Complete Wireless Home Networking
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This book offers tips and tricks for finding the best equipment for your home networking project and then walks you through the wireless network setup that's right for you. The wireless market is expanding quickly. New standards, including high-speed 802.11a, and the emergence of other "no-new-wires" technologies, such as powerline, are making the home networking market a slightly confusing one for consumers. Connecting and using interoperable equipment from vendors including Linksys, Netgear, Intel, D-Link, and Proxim, among others, can be a genuine plug-and-play experience. Or it can lead to several days, or more, of confusing hang-ups. There are pitfalls to be sure, but they can be avoided with a little planning. This book can help. Looking toward the future, there are a host of new wireless standards coming out in the next two years. Should you wait for faster technology or jump in now? There are some ingenious ways being developed by manufacturers to make interoperable technologies work together (dual-mode wireless access points, for instance, that work with 802.11a and 802.11b), and you can always upgrade later. In a word, "jump."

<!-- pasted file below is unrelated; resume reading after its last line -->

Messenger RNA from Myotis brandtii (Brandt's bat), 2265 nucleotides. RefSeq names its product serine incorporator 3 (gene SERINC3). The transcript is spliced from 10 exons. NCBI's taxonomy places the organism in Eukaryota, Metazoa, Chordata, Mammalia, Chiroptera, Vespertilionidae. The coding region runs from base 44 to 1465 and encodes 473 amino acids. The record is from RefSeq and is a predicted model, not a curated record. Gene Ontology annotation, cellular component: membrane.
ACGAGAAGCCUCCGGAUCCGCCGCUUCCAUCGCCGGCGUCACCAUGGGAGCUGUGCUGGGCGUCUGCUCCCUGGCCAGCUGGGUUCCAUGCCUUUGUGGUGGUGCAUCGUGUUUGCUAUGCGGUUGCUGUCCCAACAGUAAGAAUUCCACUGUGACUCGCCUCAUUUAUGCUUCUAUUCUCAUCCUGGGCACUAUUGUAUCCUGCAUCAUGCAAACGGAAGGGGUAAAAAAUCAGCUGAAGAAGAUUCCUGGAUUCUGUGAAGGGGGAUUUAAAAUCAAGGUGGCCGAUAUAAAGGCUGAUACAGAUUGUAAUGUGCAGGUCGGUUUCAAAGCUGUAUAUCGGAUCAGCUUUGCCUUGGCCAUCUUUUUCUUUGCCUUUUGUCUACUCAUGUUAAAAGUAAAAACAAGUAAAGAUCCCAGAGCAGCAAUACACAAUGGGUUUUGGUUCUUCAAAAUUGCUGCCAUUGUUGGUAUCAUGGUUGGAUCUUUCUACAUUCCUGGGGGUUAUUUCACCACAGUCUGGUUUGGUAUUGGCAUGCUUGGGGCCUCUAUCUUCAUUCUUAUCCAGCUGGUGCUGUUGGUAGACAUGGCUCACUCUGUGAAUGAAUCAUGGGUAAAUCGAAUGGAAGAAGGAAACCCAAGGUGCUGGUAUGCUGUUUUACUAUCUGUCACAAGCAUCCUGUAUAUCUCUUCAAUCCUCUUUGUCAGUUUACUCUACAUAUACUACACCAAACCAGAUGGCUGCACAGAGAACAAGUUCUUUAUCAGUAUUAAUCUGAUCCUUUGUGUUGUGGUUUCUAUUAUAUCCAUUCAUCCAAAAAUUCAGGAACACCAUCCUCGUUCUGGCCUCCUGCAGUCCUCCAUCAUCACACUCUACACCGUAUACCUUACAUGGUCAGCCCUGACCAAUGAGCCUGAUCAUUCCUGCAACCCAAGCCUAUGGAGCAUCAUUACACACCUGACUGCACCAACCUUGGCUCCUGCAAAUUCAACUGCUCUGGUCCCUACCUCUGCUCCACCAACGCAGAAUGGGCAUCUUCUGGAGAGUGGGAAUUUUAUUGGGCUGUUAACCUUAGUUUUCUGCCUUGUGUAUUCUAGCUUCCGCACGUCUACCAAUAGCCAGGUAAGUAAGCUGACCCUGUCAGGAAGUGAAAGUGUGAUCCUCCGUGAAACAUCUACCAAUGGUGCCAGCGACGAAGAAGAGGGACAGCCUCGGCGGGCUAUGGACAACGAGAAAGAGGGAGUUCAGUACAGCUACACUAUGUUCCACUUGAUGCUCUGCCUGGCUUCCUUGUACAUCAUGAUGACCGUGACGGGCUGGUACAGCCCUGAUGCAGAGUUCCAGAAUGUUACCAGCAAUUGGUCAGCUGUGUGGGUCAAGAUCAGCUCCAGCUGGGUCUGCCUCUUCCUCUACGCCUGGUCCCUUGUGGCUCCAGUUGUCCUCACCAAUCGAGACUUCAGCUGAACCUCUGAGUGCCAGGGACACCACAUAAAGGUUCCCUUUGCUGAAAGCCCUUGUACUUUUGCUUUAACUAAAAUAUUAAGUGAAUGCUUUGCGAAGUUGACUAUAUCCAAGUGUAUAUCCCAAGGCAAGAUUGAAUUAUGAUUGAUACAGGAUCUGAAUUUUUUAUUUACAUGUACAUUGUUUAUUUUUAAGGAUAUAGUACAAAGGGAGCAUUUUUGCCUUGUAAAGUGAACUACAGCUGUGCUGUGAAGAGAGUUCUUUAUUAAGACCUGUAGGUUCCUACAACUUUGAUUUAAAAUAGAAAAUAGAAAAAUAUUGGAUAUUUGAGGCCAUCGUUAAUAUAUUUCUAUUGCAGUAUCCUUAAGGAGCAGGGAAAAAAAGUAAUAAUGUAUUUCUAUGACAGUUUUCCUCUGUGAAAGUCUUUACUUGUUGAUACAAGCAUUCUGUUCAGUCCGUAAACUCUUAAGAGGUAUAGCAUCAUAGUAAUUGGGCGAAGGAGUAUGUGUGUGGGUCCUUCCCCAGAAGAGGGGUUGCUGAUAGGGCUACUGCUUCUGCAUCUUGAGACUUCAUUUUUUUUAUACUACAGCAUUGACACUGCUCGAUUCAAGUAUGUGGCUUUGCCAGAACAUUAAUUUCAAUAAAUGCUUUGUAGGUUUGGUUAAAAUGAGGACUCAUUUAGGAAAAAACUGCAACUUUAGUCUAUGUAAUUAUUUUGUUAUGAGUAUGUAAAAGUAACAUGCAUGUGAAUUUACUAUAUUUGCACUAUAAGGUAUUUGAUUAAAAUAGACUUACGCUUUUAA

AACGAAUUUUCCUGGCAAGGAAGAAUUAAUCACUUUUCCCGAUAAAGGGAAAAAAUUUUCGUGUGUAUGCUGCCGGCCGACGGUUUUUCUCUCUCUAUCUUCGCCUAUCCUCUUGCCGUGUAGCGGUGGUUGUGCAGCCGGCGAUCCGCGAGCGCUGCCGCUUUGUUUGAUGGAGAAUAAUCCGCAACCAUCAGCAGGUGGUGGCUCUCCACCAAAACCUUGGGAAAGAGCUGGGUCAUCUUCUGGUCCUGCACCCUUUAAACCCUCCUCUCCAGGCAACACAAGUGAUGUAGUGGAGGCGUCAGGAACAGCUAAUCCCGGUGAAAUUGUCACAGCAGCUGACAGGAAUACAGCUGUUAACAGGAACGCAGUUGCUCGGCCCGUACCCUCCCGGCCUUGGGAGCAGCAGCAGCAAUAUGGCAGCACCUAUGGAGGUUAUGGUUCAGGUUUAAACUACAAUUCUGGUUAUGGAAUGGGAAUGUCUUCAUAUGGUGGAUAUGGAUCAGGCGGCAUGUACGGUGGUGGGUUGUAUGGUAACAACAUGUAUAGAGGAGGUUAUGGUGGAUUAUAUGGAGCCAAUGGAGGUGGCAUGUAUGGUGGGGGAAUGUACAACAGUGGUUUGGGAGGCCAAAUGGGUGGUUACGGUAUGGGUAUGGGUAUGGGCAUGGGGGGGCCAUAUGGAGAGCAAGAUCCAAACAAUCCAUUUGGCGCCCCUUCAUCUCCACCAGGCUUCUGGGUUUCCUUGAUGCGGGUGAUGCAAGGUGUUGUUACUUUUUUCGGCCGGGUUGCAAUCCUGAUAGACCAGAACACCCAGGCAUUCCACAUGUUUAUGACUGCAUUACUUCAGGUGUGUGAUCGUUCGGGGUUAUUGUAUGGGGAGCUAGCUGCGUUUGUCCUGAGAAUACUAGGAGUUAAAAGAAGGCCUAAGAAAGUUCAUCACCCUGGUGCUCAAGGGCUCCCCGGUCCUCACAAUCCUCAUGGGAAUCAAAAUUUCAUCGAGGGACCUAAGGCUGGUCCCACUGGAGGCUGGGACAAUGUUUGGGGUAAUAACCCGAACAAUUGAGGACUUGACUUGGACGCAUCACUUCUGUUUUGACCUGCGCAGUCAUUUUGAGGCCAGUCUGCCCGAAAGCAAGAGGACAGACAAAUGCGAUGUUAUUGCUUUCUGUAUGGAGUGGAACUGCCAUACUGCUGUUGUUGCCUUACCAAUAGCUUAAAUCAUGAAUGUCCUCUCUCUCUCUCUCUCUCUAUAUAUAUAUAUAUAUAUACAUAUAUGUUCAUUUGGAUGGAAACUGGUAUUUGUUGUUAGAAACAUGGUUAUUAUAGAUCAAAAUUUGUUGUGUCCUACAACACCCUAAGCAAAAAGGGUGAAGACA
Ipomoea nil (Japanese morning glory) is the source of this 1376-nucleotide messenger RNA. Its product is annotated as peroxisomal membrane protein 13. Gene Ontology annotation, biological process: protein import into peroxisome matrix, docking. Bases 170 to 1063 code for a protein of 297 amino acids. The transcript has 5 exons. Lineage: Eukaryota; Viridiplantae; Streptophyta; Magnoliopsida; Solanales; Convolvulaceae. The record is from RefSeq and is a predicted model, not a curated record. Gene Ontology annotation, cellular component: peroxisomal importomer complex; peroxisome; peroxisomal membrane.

- Set up your home wireless network-the quick and painless way
- Learn time-saving tricks and troubleshooting tips from an expert
- Enjoy the freedom of wireless computing at home-no experience required!
- Get simple instructions and tips for Windows 98 through XP
Fast, reliable, secure home wireless networks-the easy way!
Today's home wireless networks offer tremendous advantages over hard-wired networks-among them, unprecedented portability and, of course, the freedom from wires strung all over your house! Unless you have a firm grasp on all the latest networking technologies, though, wireless networks won't free you from digging your way through a collection of confusing, jargon-riddled manuals; dealing with obscure configuration modes; and finally, hoping somehow it will all work once you flip the switch.